• Increased co-activation of agonist/antagonist
  • Incrased antagonist activation
  • Reduces net maximal joint torque; limits rate of force development
  • Disrupted agonist/synergist activation
31

The Disability Pathway Model

Pathology

  • Abnormality occurring in specific organ or organ system
  • Osteoarthritis, diabetes, muscle fiber atrophy

Impairment

  • Abnormality occurring in specific organ or organ system
  • Loss of muscle strength, flexibility, and aerobic capacity

Functional limitation

  • Limitation in performing fundamental tasks at whole body level
  • Loss of mobility, inability to lift objects, climb stairs

Disability

  • Limitation in performing socially defined roles within social or physical environment
  • No longer visits relatives or walks in neighborhood
32

Traditional approach to RT in adults

Emphasis on strength development

Moderate to high intensity (>60% 1RM)

Slow velocity (concentric phase 2-4s)

33

Can resistant training maintain muscle mass throughout life?

Age 18-82

Elite olympic or power lifters

Type lla fiber area decreased with age, but still higher than that of control

34

Functional threshold

Above functional threshold, increases in strength do not increase function

35

Why would older adults need to improve muscular power?

Power is a stronger predictor of physical functioning in older adults than muscle strength

We lose power sooner and more rapidly than strength over the lifespan

Loss of power w/ age is due to greater decline in speed compared to force

  • Older adults get "slower" faster, and "weaker" more slowly
36

High-speed function (braking speed) test

High speed power training: +15%

Strength training: +3%

Control: -3%

HSPT can lead to stop 5 feet sooner

37

High-speed power training in older adults

Achieve the same increases in strength as a program specifically designed to increase strength

Provides broader training effect on power and speed than strength training

Improves high-speed functional tasks related to safety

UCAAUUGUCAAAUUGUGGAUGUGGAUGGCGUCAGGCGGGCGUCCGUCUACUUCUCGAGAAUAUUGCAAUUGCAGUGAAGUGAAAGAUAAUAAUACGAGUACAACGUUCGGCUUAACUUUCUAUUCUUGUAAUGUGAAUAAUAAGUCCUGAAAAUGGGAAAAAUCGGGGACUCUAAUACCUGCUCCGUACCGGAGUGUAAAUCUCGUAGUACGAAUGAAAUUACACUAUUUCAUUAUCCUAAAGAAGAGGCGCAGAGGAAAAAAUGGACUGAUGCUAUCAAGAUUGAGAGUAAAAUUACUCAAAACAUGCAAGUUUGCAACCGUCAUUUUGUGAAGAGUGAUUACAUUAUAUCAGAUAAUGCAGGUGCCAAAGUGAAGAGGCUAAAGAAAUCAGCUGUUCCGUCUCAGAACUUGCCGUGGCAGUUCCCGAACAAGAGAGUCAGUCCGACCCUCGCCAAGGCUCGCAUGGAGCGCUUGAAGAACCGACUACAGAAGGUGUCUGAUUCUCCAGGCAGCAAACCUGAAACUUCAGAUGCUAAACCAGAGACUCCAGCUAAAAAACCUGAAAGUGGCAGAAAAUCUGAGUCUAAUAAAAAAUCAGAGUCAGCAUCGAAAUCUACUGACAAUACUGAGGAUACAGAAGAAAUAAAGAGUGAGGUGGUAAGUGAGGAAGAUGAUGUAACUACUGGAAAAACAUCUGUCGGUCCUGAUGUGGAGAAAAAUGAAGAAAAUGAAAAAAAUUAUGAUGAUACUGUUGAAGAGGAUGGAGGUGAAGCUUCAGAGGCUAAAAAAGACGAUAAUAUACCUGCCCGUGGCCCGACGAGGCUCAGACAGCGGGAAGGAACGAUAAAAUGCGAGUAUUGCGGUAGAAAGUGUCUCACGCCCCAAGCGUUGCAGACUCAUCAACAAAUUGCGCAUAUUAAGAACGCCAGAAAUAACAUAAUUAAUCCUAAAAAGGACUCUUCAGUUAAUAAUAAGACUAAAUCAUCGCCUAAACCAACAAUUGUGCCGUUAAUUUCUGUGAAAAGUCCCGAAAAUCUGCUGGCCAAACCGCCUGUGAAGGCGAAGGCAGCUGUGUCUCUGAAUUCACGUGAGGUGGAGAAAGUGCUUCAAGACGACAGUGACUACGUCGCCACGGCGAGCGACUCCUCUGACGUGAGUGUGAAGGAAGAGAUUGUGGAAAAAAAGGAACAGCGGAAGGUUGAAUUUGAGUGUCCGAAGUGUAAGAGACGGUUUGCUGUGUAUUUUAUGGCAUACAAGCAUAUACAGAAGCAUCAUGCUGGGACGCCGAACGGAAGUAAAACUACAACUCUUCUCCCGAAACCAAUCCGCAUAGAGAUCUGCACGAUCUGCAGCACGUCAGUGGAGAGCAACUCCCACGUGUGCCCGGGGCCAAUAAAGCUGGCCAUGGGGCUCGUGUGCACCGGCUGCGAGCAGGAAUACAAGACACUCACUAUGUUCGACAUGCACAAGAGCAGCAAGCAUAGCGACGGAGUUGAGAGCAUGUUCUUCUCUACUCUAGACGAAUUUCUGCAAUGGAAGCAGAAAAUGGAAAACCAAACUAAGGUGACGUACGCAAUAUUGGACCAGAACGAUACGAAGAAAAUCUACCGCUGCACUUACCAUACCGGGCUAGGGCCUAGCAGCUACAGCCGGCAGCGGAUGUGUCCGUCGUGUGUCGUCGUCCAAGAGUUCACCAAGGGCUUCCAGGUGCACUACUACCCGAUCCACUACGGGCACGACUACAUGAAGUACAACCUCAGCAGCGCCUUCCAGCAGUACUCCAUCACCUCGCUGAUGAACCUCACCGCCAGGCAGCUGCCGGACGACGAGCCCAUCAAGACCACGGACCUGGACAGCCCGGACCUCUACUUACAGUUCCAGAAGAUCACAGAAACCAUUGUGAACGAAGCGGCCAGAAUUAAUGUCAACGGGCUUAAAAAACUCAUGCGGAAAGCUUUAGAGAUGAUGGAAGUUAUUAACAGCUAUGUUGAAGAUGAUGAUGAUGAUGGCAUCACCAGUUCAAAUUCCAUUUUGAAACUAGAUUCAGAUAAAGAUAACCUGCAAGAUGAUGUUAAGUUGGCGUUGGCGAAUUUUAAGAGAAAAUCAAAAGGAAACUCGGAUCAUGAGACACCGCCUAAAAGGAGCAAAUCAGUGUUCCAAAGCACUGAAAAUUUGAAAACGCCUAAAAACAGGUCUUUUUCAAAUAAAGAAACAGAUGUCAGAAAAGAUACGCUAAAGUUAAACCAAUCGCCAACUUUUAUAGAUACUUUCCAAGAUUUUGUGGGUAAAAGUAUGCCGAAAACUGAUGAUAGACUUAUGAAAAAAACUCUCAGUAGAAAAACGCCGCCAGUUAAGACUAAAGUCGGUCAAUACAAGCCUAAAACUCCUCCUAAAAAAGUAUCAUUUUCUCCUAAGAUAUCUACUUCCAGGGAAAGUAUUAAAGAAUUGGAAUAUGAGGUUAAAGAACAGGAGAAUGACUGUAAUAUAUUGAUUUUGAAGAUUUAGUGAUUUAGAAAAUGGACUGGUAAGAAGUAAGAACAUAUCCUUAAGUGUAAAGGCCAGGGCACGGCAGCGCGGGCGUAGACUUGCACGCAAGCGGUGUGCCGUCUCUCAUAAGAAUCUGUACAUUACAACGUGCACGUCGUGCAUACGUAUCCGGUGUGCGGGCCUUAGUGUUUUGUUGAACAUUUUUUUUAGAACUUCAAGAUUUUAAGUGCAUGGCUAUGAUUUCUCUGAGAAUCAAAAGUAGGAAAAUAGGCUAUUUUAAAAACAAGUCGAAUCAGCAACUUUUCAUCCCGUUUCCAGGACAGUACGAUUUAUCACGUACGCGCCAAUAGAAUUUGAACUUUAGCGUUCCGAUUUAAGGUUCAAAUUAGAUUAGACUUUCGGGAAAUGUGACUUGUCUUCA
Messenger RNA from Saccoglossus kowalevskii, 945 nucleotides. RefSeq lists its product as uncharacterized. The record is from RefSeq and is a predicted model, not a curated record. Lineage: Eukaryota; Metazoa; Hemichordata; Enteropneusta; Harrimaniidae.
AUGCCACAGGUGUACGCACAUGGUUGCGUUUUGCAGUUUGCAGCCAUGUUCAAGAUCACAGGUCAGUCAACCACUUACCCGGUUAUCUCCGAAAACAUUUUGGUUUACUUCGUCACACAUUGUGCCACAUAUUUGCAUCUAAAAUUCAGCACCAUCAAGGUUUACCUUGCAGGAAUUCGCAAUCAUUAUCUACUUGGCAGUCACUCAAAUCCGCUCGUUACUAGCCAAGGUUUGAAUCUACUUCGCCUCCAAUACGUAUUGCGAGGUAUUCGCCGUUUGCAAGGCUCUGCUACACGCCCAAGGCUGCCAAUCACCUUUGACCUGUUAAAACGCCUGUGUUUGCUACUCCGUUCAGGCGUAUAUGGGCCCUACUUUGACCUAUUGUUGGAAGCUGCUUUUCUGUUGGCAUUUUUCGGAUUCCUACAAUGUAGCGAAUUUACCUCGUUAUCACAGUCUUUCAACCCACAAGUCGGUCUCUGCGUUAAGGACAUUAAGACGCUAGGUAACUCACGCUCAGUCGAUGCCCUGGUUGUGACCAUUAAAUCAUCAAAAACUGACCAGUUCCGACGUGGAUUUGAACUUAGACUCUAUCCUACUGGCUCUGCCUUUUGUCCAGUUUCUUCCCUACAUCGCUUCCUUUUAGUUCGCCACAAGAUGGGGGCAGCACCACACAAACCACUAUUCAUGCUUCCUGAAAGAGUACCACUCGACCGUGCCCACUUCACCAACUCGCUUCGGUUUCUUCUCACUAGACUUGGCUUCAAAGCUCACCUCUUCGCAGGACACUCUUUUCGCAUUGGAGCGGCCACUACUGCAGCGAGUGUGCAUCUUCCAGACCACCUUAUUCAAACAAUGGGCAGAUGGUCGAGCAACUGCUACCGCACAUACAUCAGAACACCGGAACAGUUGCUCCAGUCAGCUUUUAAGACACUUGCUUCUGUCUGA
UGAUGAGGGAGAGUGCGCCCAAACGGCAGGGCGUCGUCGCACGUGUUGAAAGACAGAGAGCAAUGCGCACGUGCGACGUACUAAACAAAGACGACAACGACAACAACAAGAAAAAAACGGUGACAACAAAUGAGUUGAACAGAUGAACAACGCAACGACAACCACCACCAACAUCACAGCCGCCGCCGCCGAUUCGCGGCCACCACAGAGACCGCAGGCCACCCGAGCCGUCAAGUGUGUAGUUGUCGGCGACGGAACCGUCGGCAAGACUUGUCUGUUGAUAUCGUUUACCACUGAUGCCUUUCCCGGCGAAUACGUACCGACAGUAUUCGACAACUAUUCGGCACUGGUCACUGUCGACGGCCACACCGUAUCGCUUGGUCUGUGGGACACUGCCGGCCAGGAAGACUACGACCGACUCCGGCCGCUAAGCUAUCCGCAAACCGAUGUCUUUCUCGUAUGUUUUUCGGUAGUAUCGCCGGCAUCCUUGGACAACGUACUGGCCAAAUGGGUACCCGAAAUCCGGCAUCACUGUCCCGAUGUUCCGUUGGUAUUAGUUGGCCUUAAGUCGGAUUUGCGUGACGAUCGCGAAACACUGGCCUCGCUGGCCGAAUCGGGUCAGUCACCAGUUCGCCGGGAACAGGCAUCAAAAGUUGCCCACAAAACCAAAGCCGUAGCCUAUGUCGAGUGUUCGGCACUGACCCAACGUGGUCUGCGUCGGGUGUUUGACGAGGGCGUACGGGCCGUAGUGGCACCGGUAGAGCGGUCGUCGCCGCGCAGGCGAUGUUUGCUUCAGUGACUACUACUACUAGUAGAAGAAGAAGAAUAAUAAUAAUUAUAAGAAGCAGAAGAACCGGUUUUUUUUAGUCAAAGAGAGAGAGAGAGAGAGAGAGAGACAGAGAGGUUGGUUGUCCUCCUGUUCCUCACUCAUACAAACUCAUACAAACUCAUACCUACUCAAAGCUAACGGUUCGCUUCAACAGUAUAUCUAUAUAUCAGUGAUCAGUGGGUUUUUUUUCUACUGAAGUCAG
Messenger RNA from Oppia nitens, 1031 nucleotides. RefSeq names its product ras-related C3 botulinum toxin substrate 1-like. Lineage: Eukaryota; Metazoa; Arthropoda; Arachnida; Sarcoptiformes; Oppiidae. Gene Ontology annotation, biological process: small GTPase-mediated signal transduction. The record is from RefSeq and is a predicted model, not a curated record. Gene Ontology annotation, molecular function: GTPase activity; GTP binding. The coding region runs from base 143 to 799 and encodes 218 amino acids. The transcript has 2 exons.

People perceive it as easier than strength training

38

Why does pulmonary function decline with aging

Decline in elasticity of bony thorax

  • stiffening of chest wall due to changes in chest, ribs, articular cartilage

Decrease in elastic recoil of lungs (greater compliance)

  • Decline in some static and dynamic lung volumes
  • increase oxygen cost of breathing

Weakening (and loss) of muscles involved with respiration

  • Less force generation (increased O2 cost)

Decrease in alveolar surface area

  • increased alveolar size, decreased pulmonary vascularization

Decrease in CNS responsiveness

  • respiratory center (Medulla) less responsive to peripheral stimulation (chemoreceptors, machanoreceptors)
39

How does aerobic exercise impact pulmonary function in older adults

Most changes are irreversible

  • chest stiffness, lung compliance, loss of muscle, alveolar size, CNS change

Training can increase pulmonary vascularization and strengthen respiratory muscles

  • increased gas exchange capability
  • decreased oxygen cost
40

Cardiovascular function and aging

Cardiac output (HR x SV)

  • decreases steadily w/ aging (due to decreased max HR and SV)
  • Reduced sympathetic stimulation reduces both HR and ventricular contractile force (SV)
  • Highly trained compensate for decreased HR with increased cardiac filling and increased SV through Frank-Starling mechanism

a-vO2 difference is smaller with aging because of reduced peripheral blood flow

  • decreased capillary to fiber ratio
  • reduced arterial cross-sectional area
  • fewer mitochondria/oxidative enzymes
41

Are there gender differences in aerobic trainability in the elderly?

Men and women: 20% increase in VO2max

Men

  • 2/3 of VO2max increase due to SV
  • 1/3 due to a-vO2 difference

Women

  • 100% of VO2max increase due to a-vO2 difference
42

The Disability Pathway Model